How Do I Know if I Have Scabies?

Reviewed on 1/4/2021

What is scabies?

Symptoms of scabies include feeling very itchy, itchy rash and small blisters, scales, burrows.
Symptoms of scabies include feeling very itchy, itchy rash and small blisters, scales, burrows.

Scabies is a skin infestation caused by mites. Scabies mites can live up to two months on a person's body, and up to three days on surfaces. They will die if exposed to heat above 122 degrees Fahrenheit.

Symptoms of scabies

Symptoms of scabies include:

  • Feeling very itchy (particularly at night)
  • Itchy rash with small pimple-like structures
  • Small blisters
  • Scales
  • Small burrows, especially on:
  • Sores (caused by scratching)

The burrows are caused by the female mites burrowing down into the skin to lay their eggs.

It takes between four and eight weeks from the time of infection for scabies to show up in a person who has never had it before. It takes only a few days for it to show up in people who have previous scabies experience. Scabies is contagious even before symptoms show up.

Types of scabies

Some scabies infections can turn into Norwegian scabies, or crusted scabies, in people with compromised immune systems. The difference between regular scabies and crusted scabies is the severity.

Symptoms of crusted scabies include:

  • All the regular symptoms of scabies
  • Thick crusts of skin
  • Larger numbers of mites and eggs

People with regular scabies may have 10-15 mites. People with crusted scabies can have thousands.

People with crusted scabies are incredibly contagious and need to receive immediate medical treatment.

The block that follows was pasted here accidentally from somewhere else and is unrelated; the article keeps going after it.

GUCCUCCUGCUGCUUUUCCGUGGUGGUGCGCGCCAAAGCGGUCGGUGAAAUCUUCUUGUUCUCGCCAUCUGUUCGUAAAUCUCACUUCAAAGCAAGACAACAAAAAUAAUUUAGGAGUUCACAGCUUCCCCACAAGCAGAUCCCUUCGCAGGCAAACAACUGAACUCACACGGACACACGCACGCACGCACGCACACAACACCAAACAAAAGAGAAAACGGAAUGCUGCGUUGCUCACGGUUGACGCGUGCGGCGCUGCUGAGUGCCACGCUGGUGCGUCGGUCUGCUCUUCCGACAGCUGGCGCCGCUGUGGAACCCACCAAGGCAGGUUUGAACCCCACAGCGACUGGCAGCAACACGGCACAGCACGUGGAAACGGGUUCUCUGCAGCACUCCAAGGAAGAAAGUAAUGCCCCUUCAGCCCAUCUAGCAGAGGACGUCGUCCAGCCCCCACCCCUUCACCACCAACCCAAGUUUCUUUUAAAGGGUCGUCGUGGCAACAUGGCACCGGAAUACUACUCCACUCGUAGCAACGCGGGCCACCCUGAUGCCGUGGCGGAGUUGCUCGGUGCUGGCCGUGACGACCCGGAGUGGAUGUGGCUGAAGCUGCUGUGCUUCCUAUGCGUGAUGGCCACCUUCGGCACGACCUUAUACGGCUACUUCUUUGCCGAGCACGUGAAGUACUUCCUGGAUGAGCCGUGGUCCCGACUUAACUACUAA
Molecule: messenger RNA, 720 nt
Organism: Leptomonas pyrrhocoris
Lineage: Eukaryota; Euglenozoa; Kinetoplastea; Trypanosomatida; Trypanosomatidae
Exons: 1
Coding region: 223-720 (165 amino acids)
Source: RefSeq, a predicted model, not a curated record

Causes of scabies

The human itch mite Sarcoptes scabiei var. hominis causes scabies. The mites live everywhere in the world and can affect any kind of person. Race and class do not play a factor in scabies infections.

Scabies spreads from prolonged skin to skin contact. A simple hug or kiss will likely not spread it. It does spread where people are often in close contact like in nursing and childcare facilities.

In adults, it often spreads through sexual contact. It can also spread through sharing items used by someone who has scabies like towels or linens. It spreads easily in the same household.

People with scabies are contagious, but it is much easier for the infection to spread from someone who has crusted scabies.

Diagnosis/tests for scabies

Doctors may diagnose a scabies infection by looking at it. They may also take a sample of a mite, mite excrement, or mite eggs to properly identify the organism before diagnosing.

Treatments for scabies

Doctors treat scabies with scabicides, prescription medications that kill scabies mites, and eggs. They are usually a lotion or cream that you apply to your entire body from the neck down. In infants, you should also put it on the head and neck.

Doctors recommend that everyone in the household, sexual partners, and anyone who has had prolonged skin-to-skin contact with the infected person receive treatment at the same time. Doing so gets ahead of asymptomatic spread and prevents reinfection.

Treatment options include:

Doctors may prescribe the oral medication ivermectin to patients with crusted scabies.

Sores caused by scratching may get bacterial infections that require additional treatment with antibiotics.

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References
American Academy of Dermatology Association: "SCABIES: DIAGNOSIS AND TREATMENT."

Centers for Disease Control and Prevention: "Scabies Frequently Asked Questions (FAQs)."

Medline Plus: "Scabies."

National Center for Advancing Translational Studies: "Crusted scabies."

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